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From: Brian Slesinsky (Nov 25 2007, at 22:11)

Many things are best communicated by showing rather than telling. So, add working in front of the same computer, VNC, screencasts, and so on, and that's just in computing. What about teaching someone to drive, to repair a car, to fly a plane, how to dance in a certain way, sports, and so on?

Where does a flight simulator appear on your chart?

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From: Ion Morega (Nov 25 2007, at 23:21)

Now *that* is some good food for thought. Some ideas:

Why not add another metric, "bandwidth", meaning how much information can be conveyed per unit time (or, rather, per unit of attention, which may or may not be the same thing)?

Also it looks like you left out books. Off the top of my head, the camel book or the pickaxe are interesting examples of communication, that are more than simply presenting information; they have an air of person-to-person communicatin in them.

TV is still important too. You might say that yoy intentionally left out forms of broadcasting, but then blogs (at least in some incarnations) and maybe twitter might be left out too. Broadcasting is important, I think it should be on the same chart. Maybe add another metric, round-trip-time (which is low for face-to-face conversations, and very high for things like books and TV).

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From: Luis (Nov 26 2007, at 04:36)

I'm surprised you don't have wiki in here; collaboration is really just another form of communication, it seems to me...

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From: Chris (Nov 26 2007, at 05:03)

Audio and video are equally important content types than text.

I would classify communications by timing (realtime / asynchronous), view permissions (private / public), and edit permissions (private / public).

See http://chrisfjay.blogspot.com/2007/11/web-communication.html for a chart.

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From: Emanuel (Nov 26 2007, at 05:08)

I'd like to introduce the feedback factor. It could be collected under the Immediacy aspect, but I prefer to keep it separated.

Sometimes I prefer to place a call instead of sending a mail, not only for the immediacy of reaching someone, but also because there can me an actual conversation between the two peers. It's not an asynchronous process and the subject can evolve while talking.

In this way I'd give the same feedback value to IRC,IM, Phone and F2F.

On a side note, it's interesting how Feeds and Twitter have exactly the same results.

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From: len (Nov 26 2007, at 06:02)

So we need a lot more spam?

Our local paper featured a story about a woman living in my neighborhood who suffers a debilitating disease. She signed up to Second Life for 'freedom of movement and social interaction'. Since then, her machine has been continuously attacked, threatening phone calls and letters sent to her home, and she has been assaulted in-world. Why?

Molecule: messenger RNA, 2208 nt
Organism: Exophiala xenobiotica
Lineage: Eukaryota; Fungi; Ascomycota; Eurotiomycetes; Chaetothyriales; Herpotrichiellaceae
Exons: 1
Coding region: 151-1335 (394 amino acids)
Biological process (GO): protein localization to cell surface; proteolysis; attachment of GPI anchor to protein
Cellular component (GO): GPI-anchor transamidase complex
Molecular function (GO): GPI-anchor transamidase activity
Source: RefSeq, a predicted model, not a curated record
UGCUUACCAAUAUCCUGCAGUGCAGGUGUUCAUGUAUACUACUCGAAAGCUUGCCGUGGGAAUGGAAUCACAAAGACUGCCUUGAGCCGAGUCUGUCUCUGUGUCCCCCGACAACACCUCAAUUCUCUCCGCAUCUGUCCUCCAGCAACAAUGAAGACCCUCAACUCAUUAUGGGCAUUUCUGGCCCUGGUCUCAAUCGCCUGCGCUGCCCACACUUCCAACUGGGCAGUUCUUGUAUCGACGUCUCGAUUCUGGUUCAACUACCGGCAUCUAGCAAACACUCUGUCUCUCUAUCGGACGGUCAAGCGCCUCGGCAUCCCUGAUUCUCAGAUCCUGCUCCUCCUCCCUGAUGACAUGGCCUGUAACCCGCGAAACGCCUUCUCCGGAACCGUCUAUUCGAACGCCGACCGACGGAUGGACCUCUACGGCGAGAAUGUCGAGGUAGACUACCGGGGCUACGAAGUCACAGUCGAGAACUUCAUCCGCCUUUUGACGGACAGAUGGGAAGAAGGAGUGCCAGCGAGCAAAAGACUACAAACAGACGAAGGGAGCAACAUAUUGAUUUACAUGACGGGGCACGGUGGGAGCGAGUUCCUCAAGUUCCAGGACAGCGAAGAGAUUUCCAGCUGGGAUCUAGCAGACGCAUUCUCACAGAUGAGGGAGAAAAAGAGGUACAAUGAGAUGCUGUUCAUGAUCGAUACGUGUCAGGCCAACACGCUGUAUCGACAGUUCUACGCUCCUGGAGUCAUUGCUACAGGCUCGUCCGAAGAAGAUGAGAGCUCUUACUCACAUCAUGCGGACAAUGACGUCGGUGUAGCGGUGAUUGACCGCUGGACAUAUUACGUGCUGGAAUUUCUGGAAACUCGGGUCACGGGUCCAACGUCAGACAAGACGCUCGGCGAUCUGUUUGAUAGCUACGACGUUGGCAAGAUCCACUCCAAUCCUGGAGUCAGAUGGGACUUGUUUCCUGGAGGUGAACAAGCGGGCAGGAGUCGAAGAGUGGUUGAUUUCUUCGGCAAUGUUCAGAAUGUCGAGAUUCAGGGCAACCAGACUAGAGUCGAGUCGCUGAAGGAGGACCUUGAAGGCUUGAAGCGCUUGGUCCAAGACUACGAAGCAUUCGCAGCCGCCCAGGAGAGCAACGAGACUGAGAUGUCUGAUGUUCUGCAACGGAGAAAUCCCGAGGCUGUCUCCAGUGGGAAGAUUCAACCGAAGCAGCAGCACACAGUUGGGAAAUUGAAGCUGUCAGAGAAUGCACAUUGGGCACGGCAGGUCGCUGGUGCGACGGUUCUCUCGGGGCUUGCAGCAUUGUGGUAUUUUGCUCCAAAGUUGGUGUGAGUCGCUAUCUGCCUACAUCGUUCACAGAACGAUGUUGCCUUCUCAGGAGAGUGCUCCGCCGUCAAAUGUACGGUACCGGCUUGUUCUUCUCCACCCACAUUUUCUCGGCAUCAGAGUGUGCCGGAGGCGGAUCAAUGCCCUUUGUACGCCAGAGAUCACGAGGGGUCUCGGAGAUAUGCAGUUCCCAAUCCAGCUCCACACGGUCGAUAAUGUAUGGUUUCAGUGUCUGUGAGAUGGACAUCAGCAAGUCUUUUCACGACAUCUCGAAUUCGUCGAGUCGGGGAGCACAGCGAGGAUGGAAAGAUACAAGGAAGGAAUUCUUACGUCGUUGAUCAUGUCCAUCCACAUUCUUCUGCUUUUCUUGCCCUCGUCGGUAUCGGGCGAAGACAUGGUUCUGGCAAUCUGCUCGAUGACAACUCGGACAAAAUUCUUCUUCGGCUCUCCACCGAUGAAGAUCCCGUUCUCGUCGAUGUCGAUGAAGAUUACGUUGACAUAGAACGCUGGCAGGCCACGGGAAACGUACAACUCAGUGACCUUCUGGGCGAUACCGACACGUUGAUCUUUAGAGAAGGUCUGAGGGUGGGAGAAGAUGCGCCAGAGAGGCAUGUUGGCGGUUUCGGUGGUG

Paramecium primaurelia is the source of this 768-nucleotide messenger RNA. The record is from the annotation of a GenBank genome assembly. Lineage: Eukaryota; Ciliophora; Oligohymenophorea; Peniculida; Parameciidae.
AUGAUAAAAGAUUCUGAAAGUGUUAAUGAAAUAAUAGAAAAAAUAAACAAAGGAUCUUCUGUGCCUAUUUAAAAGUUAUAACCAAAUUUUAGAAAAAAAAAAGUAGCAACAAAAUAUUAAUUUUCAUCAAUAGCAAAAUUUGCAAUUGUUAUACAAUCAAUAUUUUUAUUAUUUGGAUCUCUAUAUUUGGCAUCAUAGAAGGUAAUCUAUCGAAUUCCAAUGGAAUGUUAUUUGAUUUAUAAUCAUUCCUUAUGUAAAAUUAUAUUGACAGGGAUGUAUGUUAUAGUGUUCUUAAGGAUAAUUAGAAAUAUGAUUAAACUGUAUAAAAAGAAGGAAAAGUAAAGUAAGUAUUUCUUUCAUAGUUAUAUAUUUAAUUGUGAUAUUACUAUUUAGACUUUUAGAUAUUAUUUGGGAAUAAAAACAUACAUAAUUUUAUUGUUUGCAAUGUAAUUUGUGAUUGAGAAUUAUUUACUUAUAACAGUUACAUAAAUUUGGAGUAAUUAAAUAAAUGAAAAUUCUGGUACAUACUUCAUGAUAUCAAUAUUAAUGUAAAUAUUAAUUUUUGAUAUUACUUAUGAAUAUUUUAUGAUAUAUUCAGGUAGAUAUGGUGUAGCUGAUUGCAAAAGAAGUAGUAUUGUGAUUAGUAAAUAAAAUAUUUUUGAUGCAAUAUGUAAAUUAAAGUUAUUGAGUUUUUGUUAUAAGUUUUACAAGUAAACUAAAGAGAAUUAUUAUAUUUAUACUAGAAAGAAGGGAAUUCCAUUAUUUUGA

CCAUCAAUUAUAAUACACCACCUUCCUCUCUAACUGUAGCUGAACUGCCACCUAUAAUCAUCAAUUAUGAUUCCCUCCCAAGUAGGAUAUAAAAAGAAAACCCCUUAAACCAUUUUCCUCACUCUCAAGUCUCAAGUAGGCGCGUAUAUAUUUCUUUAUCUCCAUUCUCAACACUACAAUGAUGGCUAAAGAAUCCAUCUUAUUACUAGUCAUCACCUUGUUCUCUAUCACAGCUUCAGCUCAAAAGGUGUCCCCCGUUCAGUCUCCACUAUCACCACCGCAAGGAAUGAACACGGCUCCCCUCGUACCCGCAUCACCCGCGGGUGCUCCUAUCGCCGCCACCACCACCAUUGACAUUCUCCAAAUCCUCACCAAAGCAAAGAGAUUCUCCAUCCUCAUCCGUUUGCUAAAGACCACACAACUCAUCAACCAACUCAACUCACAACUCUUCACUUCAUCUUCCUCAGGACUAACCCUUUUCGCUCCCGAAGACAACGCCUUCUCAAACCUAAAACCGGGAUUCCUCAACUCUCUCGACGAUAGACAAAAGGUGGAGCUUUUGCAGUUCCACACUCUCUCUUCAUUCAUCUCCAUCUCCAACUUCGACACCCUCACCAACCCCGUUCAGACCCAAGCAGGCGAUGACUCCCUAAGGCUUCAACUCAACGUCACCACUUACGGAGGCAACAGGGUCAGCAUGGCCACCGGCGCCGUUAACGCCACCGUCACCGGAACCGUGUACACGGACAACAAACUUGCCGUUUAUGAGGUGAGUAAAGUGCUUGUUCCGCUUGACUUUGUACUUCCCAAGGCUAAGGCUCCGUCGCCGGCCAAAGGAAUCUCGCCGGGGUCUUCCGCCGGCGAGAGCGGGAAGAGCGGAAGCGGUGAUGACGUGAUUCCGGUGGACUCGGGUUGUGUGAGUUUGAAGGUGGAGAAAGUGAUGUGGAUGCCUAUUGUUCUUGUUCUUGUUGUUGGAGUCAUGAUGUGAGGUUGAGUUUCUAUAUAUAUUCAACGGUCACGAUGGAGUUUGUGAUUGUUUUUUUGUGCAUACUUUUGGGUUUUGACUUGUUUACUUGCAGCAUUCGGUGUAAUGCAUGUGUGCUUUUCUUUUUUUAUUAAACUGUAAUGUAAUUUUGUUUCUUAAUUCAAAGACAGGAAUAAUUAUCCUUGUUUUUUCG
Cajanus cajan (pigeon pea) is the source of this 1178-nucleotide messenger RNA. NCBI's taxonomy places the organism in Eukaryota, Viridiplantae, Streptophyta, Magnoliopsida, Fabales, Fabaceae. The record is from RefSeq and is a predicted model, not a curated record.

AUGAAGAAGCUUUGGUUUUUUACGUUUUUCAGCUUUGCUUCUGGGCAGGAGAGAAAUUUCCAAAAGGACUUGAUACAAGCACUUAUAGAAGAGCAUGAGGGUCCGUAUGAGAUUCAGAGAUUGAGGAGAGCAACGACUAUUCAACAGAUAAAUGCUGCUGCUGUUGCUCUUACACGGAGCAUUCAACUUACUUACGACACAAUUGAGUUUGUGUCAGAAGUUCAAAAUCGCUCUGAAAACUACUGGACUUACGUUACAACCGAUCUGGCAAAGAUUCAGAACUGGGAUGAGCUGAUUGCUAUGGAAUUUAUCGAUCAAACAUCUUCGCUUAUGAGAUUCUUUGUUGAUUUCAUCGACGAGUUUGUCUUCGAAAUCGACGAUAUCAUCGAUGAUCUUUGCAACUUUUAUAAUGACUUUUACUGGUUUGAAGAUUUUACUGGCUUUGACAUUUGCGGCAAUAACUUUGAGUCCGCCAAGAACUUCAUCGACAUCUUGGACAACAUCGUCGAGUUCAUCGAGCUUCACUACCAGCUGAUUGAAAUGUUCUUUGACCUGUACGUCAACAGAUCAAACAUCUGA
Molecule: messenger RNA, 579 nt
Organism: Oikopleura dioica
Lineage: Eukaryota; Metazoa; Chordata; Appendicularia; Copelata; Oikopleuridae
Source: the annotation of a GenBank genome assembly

For fun.

As the rate of intermediated communications increases, there is a coupling to an upsurge in violence. Perhaps what we need is less chat, less spam and more face-to-face. Then at least she can hit a griefer with her crutch.

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From: Lennon (Nov 26 2007, at 10:11)

I think there's another important online channel that isn't included here: discussion boards. In fact, I don't see the classic BBS, NNTP newsgroups, or the modern web-board equivalents in there at all. (Think about the relative longevity of *those* channels, eh?)

While most digerati like us may shun them in favor of thick-client solutions, a large portion of the internet-using population out there cluster around topical community boards, and follow discussion threads there just as actively as we do our mail clients and feed readers.

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From: PJ (Nov 26 2007, at 10:26)

Your graph is inside out... your axes are the comm methods, not the attributes of them. How about Immediacy/Lifespan/Audience as 3 axes and then plot points that represent the methods - that would really show you where the holes are.

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From: iBob (Nov 26 2007, at 15:35)

how about robotic proxies?

http://www.irobot.com/sp.cfm?pageid=338

network-based cyborgs?

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From: Ashwin (Nov 26 2007, at 19:39)

There is an entire academic field devoted to this question - "Computer Mediated Communication". I've had a course this semester, with a bunch of readings which speak directly to the issues you raise, http://courses.ischool.berkeley.edu/i290-12/f07/syllabus.php

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From: Greg Borenstein (Nov 27 2007, at 02:00)

It's interesting that none of the communcation strategies you list excel at both Immediacy and Lifespan.

This is exactly the goal of certain kinds of art: capturing what it feels/looks/sounds like to be an embodied person in a particular place and time and making that set of sensation eternally available. You might think of a Chardin painting or any of a variety of famous photographic examples (Barthes' Camera Lucida is basically an argument for this as the natural aesthetic of photography).

It might not be instantly obvious how these media would qualify as immediate, but in the pace of their own day, they often were received that way; much of the reception of photography in the second half of the 19th century (and into the 20th) takes the form of Shock of the New in the face of seeing images from all around the world and from the great current events arrive in peoples' eyeballs so quickly. And, earlier in that century, the Salons were the news readers of their day: a brand new centralized place where, for the first time, you could see all that was happening that very moment in the culture.